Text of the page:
Reluctant Chicago Democrats change tune on concealed carry
By Benjamin Yount | Illinois Watchdog
SPRINGFIELD — Democratic leaders in Chicago admit that they cannot ignore a federal court’s ruling that Illinois must allow some people to legally carry a weapon in the state. But that doesn’t mean they support concealed carry.
Chicago aldermen, Chicago police officers, and even the head of Cook County government all told state lawmakers Friday morning that while the 7th Circuit Court of Appeals has ruled that concealed carry should be legalized, Illinois lawmakers can craft a very tough law.
“Elementary, secondary and higher education buildings should be a gun-free zone,” Cook County Board President Toni Preckwinkle told lawmakers. “Government owned and operated buildings should be gun-free zones. … One should not be able to possess a weapon in a hospital or a nursing home. Houses of worship should be gun-free zones.”
Preckwinkle also wants local governments, notably Cook County and the city of Chicago, to be able to opt out of any statewide concealed-carry law.
“There are 102 counties in the state of Illinois,” Preckwinkle said. “Given the special circumstances in Cook County, it might be something we would want to consider.”
But Preckwinkle did break with another of Cook County’s Democratic leaders. Preckwinkle said she would “abide” by the 7th Circuit Courts ruling, bucking the polic director for Cook County State’s Attorney Anita Alvarez, who earlier this week told lawmakers they could ignore the federal court.
If Cook County and Chicago cannot opt-out of Illinois’ concealed carry law, other Chicago leaders want that law to be as tough as possible.
“I ask as you endeavor on the issue of concealed carry … that you keep in mind the public interest and the public safety of the residence throughout the state of Illinois,” Chicago Alderman Harry Osterman pleaded at a legislative hearing on concealed carry. “Especially in those areas that have significant gun violence like Chicago.”
Osterman said any concealed carry law must have tough, mandatory background checks. Osterman also would like lawmakers to tie concealed carry to other gun laws, particularly laws that target lost and stolen weapons.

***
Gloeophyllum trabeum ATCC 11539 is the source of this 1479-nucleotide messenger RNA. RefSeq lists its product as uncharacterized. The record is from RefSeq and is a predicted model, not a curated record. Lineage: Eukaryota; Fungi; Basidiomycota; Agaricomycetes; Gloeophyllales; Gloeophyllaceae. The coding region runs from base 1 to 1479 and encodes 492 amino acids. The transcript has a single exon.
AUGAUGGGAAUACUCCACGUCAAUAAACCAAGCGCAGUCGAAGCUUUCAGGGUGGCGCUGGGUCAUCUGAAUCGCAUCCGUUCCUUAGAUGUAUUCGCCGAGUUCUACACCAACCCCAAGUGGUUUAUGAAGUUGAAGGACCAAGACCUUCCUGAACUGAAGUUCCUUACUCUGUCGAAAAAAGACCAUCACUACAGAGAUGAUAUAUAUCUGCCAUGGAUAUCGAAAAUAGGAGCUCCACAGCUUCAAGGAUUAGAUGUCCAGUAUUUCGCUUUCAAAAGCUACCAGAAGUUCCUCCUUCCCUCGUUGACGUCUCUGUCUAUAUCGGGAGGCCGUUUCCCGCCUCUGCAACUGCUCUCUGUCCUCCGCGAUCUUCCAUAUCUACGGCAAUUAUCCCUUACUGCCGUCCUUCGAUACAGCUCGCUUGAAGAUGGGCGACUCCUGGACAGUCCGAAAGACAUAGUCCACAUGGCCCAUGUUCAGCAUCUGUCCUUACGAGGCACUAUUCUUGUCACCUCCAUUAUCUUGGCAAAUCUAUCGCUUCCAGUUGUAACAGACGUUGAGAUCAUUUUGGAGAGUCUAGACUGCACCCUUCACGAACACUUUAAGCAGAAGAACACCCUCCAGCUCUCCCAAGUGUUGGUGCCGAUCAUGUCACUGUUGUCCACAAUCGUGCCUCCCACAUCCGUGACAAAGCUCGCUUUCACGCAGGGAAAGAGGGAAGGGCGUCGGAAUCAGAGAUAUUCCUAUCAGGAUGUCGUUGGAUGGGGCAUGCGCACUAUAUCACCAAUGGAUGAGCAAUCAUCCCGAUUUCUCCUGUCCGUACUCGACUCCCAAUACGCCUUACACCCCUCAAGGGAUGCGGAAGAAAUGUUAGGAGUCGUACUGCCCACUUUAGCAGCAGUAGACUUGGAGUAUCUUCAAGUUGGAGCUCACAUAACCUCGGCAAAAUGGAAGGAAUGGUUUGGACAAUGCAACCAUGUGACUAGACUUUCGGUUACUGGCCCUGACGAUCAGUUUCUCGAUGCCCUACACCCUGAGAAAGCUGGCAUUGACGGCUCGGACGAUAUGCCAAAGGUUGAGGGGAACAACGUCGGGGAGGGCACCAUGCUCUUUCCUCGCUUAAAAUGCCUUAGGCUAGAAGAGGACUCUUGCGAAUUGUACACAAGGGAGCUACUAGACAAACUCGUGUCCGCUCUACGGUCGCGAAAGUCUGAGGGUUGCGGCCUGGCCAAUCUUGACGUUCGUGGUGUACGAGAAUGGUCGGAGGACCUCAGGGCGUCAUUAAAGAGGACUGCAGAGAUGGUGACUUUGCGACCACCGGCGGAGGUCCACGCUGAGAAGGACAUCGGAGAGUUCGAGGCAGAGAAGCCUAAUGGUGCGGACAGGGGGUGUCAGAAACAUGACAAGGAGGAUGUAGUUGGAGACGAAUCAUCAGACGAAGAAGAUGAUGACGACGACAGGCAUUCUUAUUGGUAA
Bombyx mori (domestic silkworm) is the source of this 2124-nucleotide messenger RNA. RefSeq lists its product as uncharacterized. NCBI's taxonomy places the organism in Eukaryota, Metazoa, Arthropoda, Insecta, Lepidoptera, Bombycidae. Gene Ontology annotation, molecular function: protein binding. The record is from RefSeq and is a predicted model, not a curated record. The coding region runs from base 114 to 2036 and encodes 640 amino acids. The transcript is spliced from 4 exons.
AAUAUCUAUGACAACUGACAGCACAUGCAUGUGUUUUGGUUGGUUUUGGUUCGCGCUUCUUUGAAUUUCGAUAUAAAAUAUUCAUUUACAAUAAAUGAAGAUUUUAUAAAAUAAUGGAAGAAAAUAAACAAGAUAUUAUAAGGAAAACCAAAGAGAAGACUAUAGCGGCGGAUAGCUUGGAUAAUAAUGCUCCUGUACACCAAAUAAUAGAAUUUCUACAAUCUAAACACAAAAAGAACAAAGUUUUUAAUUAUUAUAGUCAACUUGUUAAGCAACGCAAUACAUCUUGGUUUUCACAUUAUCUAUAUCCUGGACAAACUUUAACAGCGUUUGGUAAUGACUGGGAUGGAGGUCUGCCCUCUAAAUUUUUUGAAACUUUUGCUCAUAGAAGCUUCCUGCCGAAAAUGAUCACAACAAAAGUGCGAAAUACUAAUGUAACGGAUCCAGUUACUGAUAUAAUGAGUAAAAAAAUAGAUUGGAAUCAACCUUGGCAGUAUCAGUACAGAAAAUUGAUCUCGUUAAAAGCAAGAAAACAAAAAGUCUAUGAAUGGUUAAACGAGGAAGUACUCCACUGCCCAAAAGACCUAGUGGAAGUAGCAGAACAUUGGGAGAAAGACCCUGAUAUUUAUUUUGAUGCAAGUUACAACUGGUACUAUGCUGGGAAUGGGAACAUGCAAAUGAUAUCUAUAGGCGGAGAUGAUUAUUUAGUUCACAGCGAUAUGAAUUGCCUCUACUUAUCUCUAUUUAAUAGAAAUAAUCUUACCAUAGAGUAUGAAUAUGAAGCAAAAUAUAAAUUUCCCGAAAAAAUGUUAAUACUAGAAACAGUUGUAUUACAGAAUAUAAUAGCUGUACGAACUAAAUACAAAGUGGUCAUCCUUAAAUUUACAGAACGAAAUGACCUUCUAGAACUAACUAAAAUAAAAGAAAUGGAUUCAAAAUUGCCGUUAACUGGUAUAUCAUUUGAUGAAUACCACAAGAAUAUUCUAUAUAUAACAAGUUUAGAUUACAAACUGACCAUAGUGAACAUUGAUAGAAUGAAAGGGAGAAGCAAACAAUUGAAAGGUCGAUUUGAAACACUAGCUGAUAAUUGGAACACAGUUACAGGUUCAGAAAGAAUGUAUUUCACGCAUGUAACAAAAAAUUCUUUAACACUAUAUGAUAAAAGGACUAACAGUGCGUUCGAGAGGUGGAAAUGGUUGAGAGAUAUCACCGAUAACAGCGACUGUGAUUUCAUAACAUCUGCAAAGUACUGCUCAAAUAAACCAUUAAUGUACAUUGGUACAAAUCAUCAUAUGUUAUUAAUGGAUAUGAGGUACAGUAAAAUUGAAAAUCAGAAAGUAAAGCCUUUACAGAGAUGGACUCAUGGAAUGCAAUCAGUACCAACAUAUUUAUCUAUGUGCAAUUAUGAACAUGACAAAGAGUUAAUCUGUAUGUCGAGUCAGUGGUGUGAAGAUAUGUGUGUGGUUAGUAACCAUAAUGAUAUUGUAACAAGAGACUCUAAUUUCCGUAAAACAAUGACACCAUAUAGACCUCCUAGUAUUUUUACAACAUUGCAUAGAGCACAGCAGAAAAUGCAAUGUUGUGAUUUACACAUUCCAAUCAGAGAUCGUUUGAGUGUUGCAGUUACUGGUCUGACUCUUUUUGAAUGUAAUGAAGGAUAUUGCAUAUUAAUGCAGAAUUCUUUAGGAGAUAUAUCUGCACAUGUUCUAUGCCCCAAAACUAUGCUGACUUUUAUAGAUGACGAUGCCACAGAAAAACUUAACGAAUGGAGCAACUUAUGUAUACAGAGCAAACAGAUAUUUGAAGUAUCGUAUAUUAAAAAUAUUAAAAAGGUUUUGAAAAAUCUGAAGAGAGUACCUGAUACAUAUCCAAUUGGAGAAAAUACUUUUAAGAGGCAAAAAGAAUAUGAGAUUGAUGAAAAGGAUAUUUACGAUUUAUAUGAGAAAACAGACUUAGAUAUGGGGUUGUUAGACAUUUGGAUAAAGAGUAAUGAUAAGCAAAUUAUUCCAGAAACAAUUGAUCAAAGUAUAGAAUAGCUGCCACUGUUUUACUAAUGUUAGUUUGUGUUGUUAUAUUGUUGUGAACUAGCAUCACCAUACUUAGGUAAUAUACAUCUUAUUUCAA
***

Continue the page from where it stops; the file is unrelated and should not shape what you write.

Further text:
Chicago Alderman Willie Cochran said before lawmakers allow someone to legally carry a gun, the state needs to teach people the rules.
“Chicago Illinois is a culture that is not astute on firearm possession and concealed carry at this point,” Cochran said. “I am not supporting concealed carry unless we get education to go along with it.”
Illinois is facing a June 9 deadline from the federal court to either pass a concealed-carry law or see anyone with a valid firearm owners’ card be able to carry any weapon they want almost anywhere they choose.
State Rep. Scott Drury, D-Highland Park, said that is not a lot of time, and Illinois likely will not be ready.
“Delay any implementation of any law or any issuance of a permit until the Illinois State Police and all of the county clerks across the state can certify that they have the processes in place to actually implement the laws that are already in place. Because they are not working,” Drury said as he pointed to an audit of the state police that showed a huge backlog in forearm owner identity cards.
The balance between how Illinois will allow people to legally carry a weapon seems to be the only unanswered question for lawmakers.
On Friday, the 7th Circuit Court of Appeals denied Illinois Attorney General Lisa Madigan’s request for a new hearing on the concealed-carry ruling.
Contact Benjmain Yount at Ben@IllinoisWatchdog.org
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